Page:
Bettie Serveert – Palomine

What I Think of When I Think of This Artist

Bettie Serveert, on the one hand, seem classically indie, yet on the other, I can’t think of a contemporary equivalent or heir. They apparated in the early ‘90s, trading on Carol Van Dijk’s accented English and propelled by the twisting interplay of her and Peter Visser’s guitars, with a solid melodic sensibility and overall unassuming presence. In fact, they came out of the Netherlands, and in further fact, Van Dijk is Canadian, and English is her native tongue. They have released ten albums since 1992, though never broke through here, even as they toured with Belly, Dinosaur Jr., Superchunk, and Jeff Buckley. The band name translates roughly to “Bettie Serves,” taken from a book by Dutch tennis player Betty Stöve. There are definitely songs of merit on their other albums – some of which I used to own – and you should check them out as well.

What I Think of This Album

There is a overriding sense of coolness to this effort. First, Van Dijk tends to sing in an unaffected, blasé manner, sort of like Debbie Harry or Chrissie Hynde, pingponging between indifference and confidence. Second, her accent creates distance between her and the listener. Third, the music, which sounds like if Neil Young were a member of Television (replacing Tom Verlaine, I guess, but I leave it up to you), makes no effort to be inviting, often changing tempo and style within a given song. Fourth, this all coalesces into something more colloquially “cool” – Van Dijk is a capable, at times powerful, vocalist, dripping attitude and fronting a talented guitar-heavy indie band that muscularly bashes out rockers and can go quiet on a dime.

My only complaint is that because most songs undergo stylistic shifts, they tend to blend into each other, without a lot to distinguish them; unless you’re paying close attention, you never know if the band has moved on to a new song or it’s still the same one from 90 seconds ago. But if you want to put something on and revel in tuneful guitar noise, you can’t go wrong with this.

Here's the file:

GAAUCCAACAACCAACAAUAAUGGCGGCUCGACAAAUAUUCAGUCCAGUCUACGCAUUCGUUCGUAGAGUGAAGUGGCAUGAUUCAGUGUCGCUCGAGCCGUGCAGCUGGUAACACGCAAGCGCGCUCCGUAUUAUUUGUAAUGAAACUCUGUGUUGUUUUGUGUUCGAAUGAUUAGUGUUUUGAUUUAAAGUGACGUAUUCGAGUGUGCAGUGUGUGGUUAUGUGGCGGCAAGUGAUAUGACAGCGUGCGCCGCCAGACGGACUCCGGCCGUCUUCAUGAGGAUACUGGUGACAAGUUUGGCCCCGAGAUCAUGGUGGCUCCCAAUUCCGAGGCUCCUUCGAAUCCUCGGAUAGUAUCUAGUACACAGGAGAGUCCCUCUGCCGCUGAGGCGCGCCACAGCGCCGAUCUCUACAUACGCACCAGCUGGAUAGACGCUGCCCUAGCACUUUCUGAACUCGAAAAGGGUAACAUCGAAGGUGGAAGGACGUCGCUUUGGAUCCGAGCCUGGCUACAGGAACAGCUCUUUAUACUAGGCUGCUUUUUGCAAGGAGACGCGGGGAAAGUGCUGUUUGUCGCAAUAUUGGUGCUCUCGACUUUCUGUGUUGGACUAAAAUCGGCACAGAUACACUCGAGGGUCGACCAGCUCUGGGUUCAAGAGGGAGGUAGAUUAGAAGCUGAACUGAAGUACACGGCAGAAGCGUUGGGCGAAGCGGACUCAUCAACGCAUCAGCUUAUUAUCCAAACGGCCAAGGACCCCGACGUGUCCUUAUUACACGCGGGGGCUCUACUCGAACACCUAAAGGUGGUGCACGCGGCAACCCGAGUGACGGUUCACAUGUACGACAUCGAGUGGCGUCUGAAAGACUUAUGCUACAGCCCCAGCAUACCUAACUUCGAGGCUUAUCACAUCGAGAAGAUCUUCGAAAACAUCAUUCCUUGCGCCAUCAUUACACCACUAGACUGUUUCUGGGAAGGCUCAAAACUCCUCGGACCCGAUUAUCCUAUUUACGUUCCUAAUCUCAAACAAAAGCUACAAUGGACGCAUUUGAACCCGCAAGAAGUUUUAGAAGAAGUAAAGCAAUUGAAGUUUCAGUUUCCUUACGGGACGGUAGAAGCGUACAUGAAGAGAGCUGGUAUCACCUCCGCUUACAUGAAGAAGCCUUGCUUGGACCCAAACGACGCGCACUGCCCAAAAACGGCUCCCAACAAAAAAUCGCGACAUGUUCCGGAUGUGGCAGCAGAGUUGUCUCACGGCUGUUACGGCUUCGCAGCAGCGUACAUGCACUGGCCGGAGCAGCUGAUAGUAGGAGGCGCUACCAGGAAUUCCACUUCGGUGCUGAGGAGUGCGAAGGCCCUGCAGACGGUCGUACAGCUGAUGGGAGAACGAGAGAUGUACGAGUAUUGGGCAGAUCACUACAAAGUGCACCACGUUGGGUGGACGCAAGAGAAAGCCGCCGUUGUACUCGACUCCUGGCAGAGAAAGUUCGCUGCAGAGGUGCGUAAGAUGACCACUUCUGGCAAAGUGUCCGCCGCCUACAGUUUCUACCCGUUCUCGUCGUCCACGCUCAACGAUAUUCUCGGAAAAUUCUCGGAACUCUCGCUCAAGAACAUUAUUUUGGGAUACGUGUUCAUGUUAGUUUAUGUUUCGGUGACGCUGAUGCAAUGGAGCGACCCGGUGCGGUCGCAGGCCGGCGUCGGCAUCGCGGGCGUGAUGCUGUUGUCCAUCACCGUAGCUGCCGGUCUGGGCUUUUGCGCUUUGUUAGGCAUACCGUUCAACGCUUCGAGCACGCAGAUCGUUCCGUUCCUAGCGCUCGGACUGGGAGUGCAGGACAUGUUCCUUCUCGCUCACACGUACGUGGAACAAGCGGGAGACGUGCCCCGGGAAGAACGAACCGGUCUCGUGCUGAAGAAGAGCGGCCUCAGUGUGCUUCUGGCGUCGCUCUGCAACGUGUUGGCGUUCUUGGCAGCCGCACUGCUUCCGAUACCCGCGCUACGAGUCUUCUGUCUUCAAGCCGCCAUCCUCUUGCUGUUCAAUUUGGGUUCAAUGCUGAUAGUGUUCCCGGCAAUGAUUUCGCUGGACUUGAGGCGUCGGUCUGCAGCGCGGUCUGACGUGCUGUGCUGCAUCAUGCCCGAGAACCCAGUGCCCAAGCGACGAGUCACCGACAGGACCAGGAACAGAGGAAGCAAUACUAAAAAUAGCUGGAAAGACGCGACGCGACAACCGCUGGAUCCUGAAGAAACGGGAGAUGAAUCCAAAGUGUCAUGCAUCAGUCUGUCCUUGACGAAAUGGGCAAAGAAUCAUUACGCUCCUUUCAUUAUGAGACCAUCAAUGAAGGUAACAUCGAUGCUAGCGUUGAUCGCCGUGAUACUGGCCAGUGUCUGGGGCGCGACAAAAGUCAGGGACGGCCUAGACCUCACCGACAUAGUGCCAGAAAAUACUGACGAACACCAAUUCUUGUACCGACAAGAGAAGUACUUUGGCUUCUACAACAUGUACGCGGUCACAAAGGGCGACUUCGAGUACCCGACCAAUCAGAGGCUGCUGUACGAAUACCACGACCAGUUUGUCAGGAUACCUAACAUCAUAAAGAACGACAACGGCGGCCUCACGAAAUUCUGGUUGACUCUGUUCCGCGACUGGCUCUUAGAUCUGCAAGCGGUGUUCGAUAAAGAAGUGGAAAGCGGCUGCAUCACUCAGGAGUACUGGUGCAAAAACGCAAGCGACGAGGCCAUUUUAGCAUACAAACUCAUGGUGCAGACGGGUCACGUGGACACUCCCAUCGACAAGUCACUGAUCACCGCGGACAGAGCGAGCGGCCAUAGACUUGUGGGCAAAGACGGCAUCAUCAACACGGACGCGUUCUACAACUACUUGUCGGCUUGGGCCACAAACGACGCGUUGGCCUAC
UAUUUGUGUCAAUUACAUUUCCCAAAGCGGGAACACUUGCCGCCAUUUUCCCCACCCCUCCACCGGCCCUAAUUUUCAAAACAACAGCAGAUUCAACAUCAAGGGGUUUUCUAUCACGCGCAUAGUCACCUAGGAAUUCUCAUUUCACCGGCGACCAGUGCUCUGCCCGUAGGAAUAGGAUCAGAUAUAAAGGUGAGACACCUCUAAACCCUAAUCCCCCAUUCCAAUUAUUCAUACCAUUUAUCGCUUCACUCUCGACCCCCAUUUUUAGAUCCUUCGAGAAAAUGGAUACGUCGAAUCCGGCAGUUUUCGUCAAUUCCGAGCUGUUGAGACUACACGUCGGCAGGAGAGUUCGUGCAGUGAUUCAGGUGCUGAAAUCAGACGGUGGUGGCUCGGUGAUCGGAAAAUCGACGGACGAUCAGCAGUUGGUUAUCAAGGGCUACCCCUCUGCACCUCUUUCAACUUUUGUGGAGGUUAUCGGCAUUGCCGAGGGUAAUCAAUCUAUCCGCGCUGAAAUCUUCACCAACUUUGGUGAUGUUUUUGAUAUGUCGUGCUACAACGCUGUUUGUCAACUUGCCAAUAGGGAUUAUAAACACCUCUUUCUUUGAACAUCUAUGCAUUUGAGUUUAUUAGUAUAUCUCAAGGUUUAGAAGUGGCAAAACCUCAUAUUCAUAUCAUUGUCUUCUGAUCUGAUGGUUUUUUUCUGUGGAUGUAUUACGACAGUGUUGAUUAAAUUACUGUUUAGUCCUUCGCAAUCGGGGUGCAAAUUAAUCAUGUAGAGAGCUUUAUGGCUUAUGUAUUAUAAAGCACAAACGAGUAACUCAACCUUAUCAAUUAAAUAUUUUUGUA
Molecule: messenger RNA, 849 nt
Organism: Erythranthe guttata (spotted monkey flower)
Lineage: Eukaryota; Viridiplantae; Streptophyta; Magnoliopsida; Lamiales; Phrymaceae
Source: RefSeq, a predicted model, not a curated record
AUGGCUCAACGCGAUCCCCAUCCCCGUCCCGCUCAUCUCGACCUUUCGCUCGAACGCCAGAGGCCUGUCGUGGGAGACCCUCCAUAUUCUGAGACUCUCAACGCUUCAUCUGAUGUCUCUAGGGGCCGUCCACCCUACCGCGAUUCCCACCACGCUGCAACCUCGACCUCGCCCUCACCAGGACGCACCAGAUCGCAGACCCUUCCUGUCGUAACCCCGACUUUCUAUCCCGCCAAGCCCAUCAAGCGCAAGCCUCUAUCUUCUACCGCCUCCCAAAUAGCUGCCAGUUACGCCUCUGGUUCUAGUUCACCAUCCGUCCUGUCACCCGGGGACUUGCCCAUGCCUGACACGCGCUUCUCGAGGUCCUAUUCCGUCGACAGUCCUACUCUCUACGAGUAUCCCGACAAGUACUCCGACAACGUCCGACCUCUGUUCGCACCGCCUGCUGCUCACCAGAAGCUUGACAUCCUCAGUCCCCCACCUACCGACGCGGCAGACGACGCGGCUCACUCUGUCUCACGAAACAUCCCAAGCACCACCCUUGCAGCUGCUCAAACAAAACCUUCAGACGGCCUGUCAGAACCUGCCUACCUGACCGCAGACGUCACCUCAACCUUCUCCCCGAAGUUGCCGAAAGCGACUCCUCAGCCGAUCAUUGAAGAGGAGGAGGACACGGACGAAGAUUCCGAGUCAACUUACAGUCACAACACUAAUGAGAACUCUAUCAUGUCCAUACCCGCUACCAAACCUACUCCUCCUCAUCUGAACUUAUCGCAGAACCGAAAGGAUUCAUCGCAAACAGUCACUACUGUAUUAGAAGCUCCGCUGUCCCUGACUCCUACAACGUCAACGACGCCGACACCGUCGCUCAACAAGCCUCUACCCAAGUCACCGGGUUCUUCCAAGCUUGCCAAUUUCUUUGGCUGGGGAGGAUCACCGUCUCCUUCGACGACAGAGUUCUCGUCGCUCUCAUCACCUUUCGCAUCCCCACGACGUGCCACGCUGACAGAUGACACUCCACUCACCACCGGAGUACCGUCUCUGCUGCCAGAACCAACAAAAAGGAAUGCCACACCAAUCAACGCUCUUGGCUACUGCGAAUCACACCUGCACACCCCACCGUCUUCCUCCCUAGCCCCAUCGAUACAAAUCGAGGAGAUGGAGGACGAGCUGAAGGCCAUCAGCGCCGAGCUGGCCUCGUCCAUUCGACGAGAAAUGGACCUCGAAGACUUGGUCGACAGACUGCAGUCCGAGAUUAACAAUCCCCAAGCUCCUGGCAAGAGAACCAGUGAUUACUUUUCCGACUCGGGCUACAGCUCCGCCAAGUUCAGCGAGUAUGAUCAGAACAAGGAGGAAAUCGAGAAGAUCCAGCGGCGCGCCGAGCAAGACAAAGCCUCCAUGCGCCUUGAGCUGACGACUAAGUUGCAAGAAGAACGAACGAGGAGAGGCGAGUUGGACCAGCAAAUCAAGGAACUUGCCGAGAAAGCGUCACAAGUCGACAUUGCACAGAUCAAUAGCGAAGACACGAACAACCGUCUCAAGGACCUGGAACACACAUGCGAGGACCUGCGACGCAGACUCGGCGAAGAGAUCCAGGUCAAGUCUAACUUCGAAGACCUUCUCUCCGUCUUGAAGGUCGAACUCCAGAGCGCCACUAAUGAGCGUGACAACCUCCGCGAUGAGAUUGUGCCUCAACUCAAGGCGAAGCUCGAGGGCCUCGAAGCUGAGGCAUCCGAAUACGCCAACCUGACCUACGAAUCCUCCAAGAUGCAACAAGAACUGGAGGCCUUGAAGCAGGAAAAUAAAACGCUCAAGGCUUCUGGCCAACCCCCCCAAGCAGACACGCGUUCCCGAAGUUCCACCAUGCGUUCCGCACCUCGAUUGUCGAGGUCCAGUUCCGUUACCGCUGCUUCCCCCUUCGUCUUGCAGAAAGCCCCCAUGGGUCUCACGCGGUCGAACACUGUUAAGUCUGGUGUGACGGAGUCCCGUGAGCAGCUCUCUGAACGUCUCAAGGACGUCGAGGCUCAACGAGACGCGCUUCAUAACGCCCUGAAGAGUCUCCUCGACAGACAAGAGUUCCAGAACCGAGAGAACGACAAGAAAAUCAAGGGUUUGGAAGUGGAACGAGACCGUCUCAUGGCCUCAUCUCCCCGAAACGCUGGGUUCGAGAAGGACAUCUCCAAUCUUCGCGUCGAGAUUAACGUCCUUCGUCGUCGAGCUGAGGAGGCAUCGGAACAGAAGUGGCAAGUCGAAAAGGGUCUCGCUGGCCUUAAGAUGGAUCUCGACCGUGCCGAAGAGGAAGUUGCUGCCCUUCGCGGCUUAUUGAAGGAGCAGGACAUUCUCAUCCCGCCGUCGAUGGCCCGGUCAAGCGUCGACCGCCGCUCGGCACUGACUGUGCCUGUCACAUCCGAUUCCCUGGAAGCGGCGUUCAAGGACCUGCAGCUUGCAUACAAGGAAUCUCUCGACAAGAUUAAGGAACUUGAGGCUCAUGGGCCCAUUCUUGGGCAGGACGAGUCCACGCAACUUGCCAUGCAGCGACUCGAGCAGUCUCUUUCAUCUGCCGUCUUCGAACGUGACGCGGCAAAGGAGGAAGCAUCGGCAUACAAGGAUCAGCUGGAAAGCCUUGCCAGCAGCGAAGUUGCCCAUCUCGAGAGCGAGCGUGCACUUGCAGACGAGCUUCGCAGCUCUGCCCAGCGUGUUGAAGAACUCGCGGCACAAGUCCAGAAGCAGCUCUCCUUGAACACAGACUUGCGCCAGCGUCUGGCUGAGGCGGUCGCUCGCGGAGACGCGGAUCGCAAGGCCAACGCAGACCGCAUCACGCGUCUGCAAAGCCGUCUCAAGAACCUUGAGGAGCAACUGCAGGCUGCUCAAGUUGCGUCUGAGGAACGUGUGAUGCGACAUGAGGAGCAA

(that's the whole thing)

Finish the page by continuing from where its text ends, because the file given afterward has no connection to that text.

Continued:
Opener “Leg” starts out deceptively quietly but at about three minutes, Van Dijk’s vocals become more forceful and Visser’s guitar gains prominence, and things only expand from there. At roughly four and a half minutes in, Visser gives us a pretty fair warning of what’s to come for the rest of the album. “Palomine” is poppier fare but similar to “Leg” in that it shifts styles partway through, blossoming from moody seed to robust flora, tendrils reaching toward the sun. With a Buffalo Tom sort of intro, “Kid’s Alright” is a twisted rocker, all guitar squalls and dark intonation and Van Dijk’s strangled, distorted vocals; there is nice bass part here. The band’s unwillingness to be pigeonholed is amply on display on “Brain Tag,” as this ballad – which is a showcase for Van Dijk – eventually becomes something more. And by more, I mean louder and replete with distorted, gnarled guitar lines. “Tom Boy” was the indie hit, and it’s a little more upbeat than the other tracks, but not wildly different. I’m honestly not sure why this was the one that got all the attention. The melody of “Under the Surface” is appealing, Van Dijk gets in some strong singing, and the multiple tempo shifts lead up to an excellent lead guitar part.

“Balentine” annoys me a little because I always think she is saying “valentine;” probably my least favorite song here. The bass propels “This Thing Nowhere,” with a Crazy Horse guitar part and another quality vocal performance. “Healthy Sick” is a Sebadoh cover, of all things, and it actually sounds pretty good, but seems like filler. “Sundazed to the Core” is, given the title, not surprisingly the longest track, though it’s also not the drug-fueled exploration you might expect; it’s basically a pop song that keeps on expanding like a novelty balloon. The bass on this is fun and Visser’s solo is a highlight. “Palomine (small)” is “Palomine” but quieter and slower and shorter and far less necessary, though again, the guitars are undeniably cool.

How much does this band love its guitars? Three tracks are over six minutes long, and eight of the eleven extend past the four minute mark.

The Best Thing About This Album

The guitars – Visser and Van Dijk raise a glorious racket.

Release Date

1992

The Cover Art

I like this; it makes me laugh. I’m not sure it is intended as a joke, but it works as one anyway. The band is indeed as charming as this sketchily manufactured dog, but there is nothing cute about the music on this album. The color scheme is effective (it’s actually red and not the orange suggested by the image I uploaded); the font is fine but could be a touch larger.

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